Nigerian Startups are increasingly under attack from Kenyan Government agencies, particularly the Central Bank of Kenya and its Asset Recovery Agency (ARA) over allegations of card fraud and international money laundering.
In the more recent accusations, Flutterwave Payment Technology Limited, Boxtrip Travel and Tours Limited, Bagtrip Travel Limited, Elivalat Fintech Limited, Adguru Technology Limited, Hupesi Solutions, Cruz Ride Auto Limited, and one Simon Ngige were all accused of money laundering with a Kenyan court Kenyan High Court seizing Sh7 Billion ($59 million), from 56 accounts belonging to the FinTechs.
Others include Chipper, Korapay, and Kenyan-based Remix, all embroiled in fraud accusations by Kenyan authorities.
Kenya’s Asset Recovery Agency (ARA) filed 2 suits against the companies forcing the High Court to freeze their accounts on the suspicion that they brought over $50 million (KES6 billion) into Kenya as part of a money laundering scheme.
A few months back, reports emerged in Kenyan media accusing Multigate, and Remix of being involved in a SH25.6 billion ($220.9 million) in wired transactions that took place between October and November 2020.
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How this started
Following the ban placed by the CBN on the utilization of the Nigerian banking system for facilitating cryptocurrency transactions, most FinTech companies gravitated towards Kenya.
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- The Central Bank of Nigeria’s ban on facilitating crypto transactions shut out an important source of revenue for valuation-rich Nigerian FinTech startups who were under pressure to scale their operations.
- Kenya was a strategic option considering how easy it is to transact in foreign currencies.
- The East African country has a loose forex policy that allows for easy repatriation of forex out of the country.
- In partnership with internationally recognized global electronic fund transfer companies Visa, and Master Card, Nigerian companies leveraged their technology and scale to facilitate payments for merchants across the country.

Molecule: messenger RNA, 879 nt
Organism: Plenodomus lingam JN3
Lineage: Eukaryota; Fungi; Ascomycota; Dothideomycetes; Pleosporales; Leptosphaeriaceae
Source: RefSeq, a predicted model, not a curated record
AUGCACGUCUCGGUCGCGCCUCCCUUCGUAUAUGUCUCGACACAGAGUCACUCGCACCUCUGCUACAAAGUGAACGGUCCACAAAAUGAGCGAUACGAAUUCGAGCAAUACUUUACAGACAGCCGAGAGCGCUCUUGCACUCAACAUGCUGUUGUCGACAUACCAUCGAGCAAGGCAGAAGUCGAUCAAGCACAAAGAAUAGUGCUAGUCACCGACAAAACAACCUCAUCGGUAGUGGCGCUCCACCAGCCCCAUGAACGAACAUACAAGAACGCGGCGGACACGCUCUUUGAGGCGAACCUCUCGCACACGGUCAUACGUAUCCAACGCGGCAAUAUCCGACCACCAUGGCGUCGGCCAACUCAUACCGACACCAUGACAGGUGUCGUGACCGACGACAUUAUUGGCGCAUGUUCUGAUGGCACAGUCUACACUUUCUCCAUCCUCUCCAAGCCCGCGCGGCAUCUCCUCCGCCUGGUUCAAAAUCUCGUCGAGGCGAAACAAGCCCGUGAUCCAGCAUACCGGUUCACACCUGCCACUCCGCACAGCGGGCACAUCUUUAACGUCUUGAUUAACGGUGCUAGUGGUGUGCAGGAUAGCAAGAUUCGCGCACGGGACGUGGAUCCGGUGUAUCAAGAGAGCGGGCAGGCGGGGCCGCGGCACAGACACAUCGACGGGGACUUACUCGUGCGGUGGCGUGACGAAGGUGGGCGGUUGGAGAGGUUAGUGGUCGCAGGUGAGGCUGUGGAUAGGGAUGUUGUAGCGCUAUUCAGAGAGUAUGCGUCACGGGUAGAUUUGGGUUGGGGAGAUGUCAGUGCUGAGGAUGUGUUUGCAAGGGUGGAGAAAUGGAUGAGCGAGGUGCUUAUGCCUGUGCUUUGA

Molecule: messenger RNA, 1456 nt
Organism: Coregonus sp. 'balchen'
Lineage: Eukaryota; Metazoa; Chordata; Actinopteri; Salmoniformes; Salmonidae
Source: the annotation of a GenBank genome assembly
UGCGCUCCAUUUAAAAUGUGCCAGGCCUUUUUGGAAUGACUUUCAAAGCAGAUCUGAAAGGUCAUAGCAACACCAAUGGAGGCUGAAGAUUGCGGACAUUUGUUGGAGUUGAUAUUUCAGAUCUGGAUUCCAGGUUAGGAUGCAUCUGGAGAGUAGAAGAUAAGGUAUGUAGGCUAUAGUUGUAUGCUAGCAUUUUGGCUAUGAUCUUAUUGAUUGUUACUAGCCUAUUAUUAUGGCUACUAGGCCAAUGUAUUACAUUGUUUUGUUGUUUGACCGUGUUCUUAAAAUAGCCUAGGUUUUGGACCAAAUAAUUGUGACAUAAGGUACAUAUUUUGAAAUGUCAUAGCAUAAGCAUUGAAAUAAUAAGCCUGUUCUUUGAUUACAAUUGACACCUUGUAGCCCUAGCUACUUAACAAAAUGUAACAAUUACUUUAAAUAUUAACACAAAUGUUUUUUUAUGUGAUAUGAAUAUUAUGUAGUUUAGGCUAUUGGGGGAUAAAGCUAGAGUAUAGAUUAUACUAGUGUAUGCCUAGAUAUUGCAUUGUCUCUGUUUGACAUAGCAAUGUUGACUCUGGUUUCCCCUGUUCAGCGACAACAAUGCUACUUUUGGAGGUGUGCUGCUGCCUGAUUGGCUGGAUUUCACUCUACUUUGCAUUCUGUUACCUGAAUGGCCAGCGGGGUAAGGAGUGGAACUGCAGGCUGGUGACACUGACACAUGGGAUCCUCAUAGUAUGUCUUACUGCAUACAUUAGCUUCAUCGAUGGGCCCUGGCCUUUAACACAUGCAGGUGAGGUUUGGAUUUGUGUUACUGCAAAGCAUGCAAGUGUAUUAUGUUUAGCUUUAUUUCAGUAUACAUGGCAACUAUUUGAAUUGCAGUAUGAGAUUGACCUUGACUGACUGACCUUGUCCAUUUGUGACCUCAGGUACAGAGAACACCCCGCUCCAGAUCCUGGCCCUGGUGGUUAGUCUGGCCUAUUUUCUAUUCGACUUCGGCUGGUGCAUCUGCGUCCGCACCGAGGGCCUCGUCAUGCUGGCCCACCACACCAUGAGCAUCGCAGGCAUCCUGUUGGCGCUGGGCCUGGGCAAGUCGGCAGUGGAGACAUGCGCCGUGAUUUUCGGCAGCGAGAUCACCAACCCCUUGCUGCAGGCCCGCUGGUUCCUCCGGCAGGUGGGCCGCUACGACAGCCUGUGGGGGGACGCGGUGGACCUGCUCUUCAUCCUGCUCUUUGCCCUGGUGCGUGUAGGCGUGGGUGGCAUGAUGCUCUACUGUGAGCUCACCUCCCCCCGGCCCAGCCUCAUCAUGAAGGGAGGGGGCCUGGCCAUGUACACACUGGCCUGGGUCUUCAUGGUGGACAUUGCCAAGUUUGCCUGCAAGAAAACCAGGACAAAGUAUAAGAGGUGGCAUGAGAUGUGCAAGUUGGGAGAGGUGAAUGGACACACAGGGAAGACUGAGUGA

Important to add that beyond the FinTechs, some major Nigerian banks such as UBA, Access Bank, GT Bank, and Ecobank, all have a commercial presence in Kenya.
How do the FinTechs operate?
When a customer makes payment through their debit cards, switch channels like Flutterwave, and Chipper Cash work with Visa or Mastercard, and settlement banks to ensure that the merchants get their money, customers get fulfillment and in exchange, they keep their fees.
- Some of these transactions involve foreign currency and this is where the likes of Korapay, Elivalat Fintech Limited, Hupesi Solutions, and several other FinTechs and foreign currency traders come in.
- The foreign currency traders simply match buyers and sellers of forex often leveraging on cryptocurrencies to facilitate tens of millions of dollars in transactions daily.
- The Fintechs also earn juicy fees and spread per completed forex transaction.
- Nigerian FinTechs at the center of the transaction flows increased their brokerage footprint by setting up outlets in Canada, the US, and other major sources of forex, allowing for a seamless deal closure between those who want to buy forex and those who want to sell.
Sometimes, payments are made directly to foreign suppliers in China, Vietnam, or any major manufacturing hub on behalf of Nigerian businesses looking to secure raw material inputs.
In exchange, the Kenyan economy attracts significant forex flows which also helps strengthen its exchnage rate stability.
FinTechs also support the local economy by increasing e-commerce transaction volume for local merchants looking to increase their sales via social media and other online platforms.
Is this illegal
Checks by Nairametrics suggest the transactions are yet to be determined as legal as the Kenyan Authorities are yet to prove any illegality or convict anyone of fraud.
However, the companies are not licensed to operate in Kenya, a situation which the Nigerian companies attribute to delays by Kenyan authorities.
- One of the owners of the FinTech firms embroiled in the controversy, who preferred to speak anonymously as they are still negotiating for an amicable settlement with the Kenyan authorities, informed Nairametrics that even though their central bank Governor may be correct that they are not licensed, the reality is more nuanced.